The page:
@jwz Do you also remember the worldbuilding that went into Wipeout XL's different manufacturer logos, courtesy of Designers Republic? And how it was later revealed that Arial had a rival twin named Arian? Ahhh that soundtrack was like capturing the light of electronica at the time. I think others seeing this have NOSTALGIA WAVES.

    Anyway, the QT thing is one of those nodes that simultaneously repels and attracts, being its own magnet poles. It's very difficult to not care, to not have a reaction... though I like Hannah Diamond's incarnation of QT more (the one with the short blonde bob fanned out). In any case, so very memorable.

    Also worth noting Sophie (who co-produced "Hey QT") also co-produced Madonna's "Bitch I'm Madonna", which may explain why even Madonna sounds like she's aping these high-sugar tones. Hey, bridging culture.

    @bmc OMG I adore that, thanks for turning me onto some philosophically dark fast food shiznit!

    • jwz says:

      I only discovered a little of that world-building back in the day, but I see now that the Wipeout rabbit hole goes very deep indeed...

    • Buddy Casino says:

      Nostalgia waves indeed, Wipeout was the reason I bought a Voodoo 3D accelerator. Shit was cash. Sadly the PC version didn't have the great soundtrack, but that could be fixed.
      The controls felt exactly right, is there a modern equivalent?

      • NB says:

        There is Slipstream GX. It's nice but not there yet.

        The Psygnosis studio was closed several years ago. The Mac OS X version I used to play stopped working once Rosetta was phased out by Apple. I'm as disappointed as you are that this game, or anything like it, isn't on Steam.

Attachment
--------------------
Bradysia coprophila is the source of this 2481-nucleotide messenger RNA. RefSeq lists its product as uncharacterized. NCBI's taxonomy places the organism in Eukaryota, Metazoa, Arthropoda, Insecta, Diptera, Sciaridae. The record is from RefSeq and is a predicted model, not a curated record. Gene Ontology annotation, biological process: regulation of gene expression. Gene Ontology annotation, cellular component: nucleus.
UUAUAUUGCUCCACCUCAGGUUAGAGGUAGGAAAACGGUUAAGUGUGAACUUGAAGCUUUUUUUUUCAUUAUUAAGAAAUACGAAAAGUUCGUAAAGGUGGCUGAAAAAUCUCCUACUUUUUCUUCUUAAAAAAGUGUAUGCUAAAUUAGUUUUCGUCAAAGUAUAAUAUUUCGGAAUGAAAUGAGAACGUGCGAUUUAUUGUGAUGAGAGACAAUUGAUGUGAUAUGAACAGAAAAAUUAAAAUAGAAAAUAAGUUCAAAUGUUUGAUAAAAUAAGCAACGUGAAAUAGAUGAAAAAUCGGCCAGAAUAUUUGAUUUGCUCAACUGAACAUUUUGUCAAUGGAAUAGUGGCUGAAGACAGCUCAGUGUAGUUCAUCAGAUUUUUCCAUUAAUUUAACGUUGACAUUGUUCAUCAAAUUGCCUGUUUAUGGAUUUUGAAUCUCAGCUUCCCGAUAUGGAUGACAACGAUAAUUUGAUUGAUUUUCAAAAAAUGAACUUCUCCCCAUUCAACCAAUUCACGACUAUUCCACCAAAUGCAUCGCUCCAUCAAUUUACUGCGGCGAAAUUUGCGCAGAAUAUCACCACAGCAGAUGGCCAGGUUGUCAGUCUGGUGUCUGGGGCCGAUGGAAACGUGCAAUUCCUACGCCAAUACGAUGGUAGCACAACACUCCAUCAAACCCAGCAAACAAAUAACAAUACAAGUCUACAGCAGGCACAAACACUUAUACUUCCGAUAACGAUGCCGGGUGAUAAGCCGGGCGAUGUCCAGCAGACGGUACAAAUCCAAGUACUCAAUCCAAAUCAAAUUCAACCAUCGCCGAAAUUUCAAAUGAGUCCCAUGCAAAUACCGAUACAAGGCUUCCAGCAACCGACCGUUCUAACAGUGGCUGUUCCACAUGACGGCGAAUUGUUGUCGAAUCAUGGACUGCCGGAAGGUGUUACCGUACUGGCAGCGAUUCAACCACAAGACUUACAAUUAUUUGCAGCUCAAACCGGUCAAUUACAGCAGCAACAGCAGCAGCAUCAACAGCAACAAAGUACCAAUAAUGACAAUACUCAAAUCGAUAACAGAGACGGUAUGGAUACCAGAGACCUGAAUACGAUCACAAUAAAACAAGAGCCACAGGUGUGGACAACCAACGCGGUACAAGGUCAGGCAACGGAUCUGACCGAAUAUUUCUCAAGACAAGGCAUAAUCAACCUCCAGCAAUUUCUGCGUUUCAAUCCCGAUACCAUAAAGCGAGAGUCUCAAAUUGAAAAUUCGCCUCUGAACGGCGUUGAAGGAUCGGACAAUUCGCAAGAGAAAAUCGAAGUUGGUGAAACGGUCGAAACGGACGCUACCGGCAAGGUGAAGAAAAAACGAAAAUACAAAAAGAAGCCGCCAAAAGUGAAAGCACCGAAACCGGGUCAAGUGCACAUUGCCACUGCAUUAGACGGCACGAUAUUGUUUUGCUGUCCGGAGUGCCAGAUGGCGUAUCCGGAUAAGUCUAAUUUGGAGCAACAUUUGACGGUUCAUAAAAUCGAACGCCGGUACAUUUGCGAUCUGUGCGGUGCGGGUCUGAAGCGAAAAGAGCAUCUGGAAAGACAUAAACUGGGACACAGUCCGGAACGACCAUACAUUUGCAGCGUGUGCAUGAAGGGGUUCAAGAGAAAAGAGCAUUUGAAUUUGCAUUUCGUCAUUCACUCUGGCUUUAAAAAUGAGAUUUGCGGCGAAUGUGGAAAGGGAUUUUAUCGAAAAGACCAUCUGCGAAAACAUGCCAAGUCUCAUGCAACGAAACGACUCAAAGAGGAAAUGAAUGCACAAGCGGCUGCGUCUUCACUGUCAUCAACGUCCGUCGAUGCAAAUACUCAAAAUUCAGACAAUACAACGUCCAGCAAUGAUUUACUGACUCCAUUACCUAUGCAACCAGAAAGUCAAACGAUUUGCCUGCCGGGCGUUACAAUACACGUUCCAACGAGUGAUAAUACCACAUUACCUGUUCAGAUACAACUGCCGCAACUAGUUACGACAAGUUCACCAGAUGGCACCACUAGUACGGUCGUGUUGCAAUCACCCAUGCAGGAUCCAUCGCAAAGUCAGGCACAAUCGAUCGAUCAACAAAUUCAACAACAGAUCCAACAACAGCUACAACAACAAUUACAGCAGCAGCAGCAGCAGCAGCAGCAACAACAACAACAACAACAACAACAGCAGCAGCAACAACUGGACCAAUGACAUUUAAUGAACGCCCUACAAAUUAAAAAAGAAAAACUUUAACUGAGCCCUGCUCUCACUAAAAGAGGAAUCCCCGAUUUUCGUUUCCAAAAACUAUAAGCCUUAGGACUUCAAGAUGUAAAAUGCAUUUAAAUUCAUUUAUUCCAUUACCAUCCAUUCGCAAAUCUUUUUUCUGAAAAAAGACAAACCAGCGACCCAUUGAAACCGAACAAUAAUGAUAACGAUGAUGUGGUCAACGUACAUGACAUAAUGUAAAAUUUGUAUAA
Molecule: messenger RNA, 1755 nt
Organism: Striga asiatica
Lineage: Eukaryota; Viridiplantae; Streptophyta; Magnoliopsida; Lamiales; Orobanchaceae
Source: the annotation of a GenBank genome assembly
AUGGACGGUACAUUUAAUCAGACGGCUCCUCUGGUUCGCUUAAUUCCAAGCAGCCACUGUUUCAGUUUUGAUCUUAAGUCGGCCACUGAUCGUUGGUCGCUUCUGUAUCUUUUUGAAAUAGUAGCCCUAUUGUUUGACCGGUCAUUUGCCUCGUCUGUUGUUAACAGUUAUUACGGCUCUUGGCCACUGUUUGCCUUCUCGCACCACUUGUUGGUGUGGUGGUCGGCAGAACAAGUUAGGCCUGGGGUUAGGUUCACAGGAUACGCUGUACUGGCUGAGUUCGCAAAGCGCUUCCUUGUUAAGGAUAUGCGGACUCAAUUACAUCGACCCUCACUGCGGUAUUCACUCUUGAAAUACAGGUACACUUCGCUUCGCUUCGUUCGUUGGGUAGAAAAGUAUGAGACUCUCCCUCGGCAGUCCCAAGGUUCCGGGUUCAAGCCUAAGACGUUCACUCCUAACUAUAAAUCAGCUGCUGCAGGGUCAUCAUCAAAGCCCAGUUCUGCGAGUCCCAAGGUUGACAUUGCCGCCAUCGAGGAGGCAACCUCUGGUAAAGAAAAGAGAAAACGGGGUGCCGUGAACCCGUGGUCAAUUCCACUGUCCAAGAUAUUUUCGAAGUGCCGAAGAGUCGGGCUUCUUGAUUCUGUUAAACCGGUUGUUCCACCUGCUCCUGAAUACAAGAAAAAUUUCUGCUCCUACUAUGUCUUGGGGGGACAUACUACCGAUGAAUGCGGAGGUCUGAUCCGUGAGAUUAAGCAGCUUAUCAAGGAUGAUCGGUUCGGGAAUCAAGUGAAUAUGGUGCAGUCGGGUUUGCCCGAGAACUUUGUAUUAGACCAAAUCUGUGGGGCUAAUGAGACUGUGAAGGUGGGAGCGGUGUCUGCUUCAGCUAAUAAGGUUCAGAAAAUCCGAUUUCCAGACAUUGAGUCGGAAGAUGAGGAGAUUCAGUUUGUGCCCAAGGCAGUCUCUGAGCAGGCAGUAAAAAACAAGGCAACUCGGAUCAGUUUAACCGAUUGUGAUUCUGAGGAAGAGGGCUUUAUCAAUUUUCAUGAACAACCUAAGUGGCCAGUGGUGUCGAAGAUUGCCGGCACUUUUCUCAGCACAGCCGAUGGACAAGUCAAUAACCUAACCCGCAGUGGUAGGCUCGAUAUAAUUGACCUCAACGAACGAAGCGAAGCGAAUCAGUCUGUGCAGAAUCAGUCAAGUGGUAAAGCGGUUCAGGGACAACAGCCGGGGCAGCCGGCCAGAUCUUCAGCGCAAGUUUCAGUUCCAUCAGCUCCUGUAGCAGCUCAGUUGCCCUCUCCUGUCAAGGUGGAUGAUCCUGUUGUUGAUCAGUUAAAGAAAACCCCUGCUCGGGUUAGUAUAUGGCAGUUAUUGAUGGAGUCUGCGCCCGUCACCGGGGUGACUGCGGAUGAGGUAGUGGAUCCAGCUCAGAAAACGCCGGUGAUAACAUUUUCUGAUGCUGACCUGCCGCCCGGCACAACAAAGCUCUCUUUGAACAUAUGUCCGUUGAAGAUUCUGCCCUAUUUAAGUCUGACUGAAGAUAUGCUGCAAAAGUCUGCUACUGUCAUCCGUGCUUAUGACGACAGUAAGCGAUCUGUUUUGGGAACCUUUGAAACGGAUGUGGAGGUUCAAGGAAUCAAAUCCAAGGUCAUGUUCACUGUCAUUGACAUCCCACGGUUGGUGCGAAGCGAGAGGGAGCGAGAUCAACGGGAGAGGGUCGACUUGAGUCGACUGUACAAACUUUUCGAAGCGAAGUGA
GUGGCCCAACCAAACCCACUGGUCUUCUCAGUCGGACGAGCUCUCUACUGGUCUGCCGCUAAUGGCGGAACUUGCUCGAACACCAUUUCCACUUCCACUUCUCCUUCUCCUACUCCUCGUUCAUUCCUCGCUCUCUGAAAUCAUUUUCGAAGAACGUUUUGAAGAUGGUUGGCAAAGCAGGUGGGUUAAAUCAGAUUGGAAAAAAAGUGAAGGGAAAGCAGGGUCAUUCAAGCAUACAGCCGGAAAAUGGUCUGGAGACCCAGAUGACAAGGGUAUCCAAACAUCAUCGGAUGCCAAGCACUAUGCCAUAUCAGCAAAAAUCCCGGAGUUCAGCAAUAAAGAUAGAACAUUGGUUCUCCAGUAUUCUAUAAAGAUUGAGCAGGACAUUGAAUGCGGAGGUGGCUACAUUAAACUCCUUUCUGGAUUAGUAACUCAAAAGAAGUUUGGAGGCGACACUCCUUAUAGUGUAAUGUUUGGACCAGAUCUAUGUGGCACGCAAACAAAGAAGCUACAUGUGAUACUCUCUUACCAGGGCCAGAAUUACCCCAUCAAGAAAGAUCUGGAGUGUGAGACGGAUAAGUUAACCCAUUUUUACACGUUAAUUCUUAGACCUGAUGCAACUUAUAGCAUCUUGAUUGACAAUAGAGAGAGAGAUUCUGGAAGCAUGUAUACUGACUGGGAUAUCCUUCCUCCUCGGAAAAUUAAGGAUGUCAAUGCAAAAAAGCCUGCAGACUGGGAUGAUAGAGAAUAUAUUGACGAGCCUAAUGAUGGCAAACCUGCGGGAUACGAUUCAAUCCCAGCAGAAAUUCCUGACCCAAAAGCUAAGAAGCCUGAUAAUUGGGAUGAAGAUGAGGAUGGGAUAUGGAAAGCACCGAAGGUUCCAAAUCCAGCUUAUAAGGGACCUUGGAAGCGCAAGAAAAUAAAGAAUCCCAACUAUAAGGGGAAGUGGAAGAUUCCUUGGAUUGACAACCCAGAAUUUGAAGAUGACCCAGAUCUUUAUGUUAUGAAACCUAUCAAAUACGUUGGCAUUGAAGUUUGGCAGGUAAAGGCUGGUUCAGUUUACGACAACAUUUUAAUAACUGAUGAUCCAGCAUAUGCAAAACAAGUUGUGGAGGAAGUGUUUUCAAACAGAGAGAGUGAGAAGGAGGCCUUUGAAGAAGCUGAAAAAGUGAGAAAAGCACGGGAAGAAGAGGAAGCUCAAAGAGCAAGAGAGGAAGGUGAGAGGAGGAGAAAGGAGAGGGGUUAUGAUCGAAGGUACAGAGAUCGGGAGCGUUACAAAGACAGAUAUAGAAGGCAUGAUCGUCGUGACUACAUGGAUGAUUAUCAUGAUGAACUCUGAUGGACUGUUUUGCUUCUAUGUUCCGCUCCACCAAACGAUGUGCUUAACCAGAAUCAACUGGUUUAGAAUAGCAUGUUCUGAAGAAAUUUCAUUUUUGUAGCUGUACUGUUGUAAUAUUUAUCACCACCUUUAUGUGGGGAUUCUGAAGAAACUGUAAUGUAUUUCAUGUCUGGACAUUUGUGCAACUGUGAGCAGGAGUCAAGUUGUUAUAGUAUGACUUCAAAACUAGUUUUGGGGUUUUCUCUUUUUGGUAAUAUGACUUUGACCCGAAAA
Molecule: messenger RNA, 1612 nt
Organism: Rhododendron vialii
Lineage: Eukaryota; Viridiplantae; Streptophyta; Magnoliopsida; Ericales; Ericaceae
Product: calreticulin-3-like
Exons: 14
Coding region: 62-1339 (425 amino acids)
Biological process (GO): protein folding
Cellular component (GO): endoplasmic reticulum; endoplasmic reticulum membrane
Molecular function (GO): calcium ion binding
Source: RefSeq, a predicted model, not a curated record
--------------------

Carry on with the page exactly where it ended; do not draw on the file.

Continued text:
• A group of ex Studio Liverpool/Psygnosis developers have formed a studio called "R8 Games", who will be launching a Kickstarter campaign to develop a spiritual successor sometime this month.

        • jwz says:

          Wow, the demo video for Slipstream looks pretty good!

          I played Wipeout HD on my PS3, and it was good; basically exactly the same game as all the others, but with upgraded graphics and less compelling music. I hadn't noticed that Wipeout 2048 even existed.

    • Andrew says:

      Truly a great game, I was just playing it a few weeks ago on my PS1, sadly without a NeGcon

  3. Will says:

    The song's actually been out for more than a year, IIRC, so I was surprised to see the video and marketing weirdness roll out just recently. I think they started hinting at the energy drink stuff when it was first released but it seemed almost certainly a fake product to me at that point.

    I've had the "pleasure" of being party to several debates over whether QT/A.G. Cook/SOPHIE's various songs have actual female vocalists or pitch shifted male voices.

  4. She doesn't seem terribly energetic for someone trying to sell a RedBull™ competitor.

    And I'm with @bmc here: Nihilist Arby's is some memetic infectious shit.

  5. Simon says:

    In a somewhat similar vein - the band Stiltskin who had a one hit wonder when a track of theirs was featured on the Levi's "Creek" advert with the two pioneer girls watching a dude bathe in a river.

    Except the song existed before the band. Peter Lawlor wrote it for the advert but because this was during the time that meant having a track featured on a Levi's ad was a guaranteed trip to the top of the charts (c.f Babylon Zoo's "Spaceman" and Mr Oizo's "Flat Beat"). To cash in Lawlor put together a band post facto nd recorded a single (and an album).

  6. Kyle Huff says:

    My recollection is that the Fluke song only became huge after it was featured in 1997's The Saint and the attendant Volvo C70 ads on TV.
    I tried to find a copy on YouTube but came up snake-eyes.

  7. Rena says:

    Have we hit critical advertising mass yet? Ads within ads within ads...

  8. Pronoiac says:

    Someone just reverse engineered the original Wipeout, and they made the tracks viewable in a browser.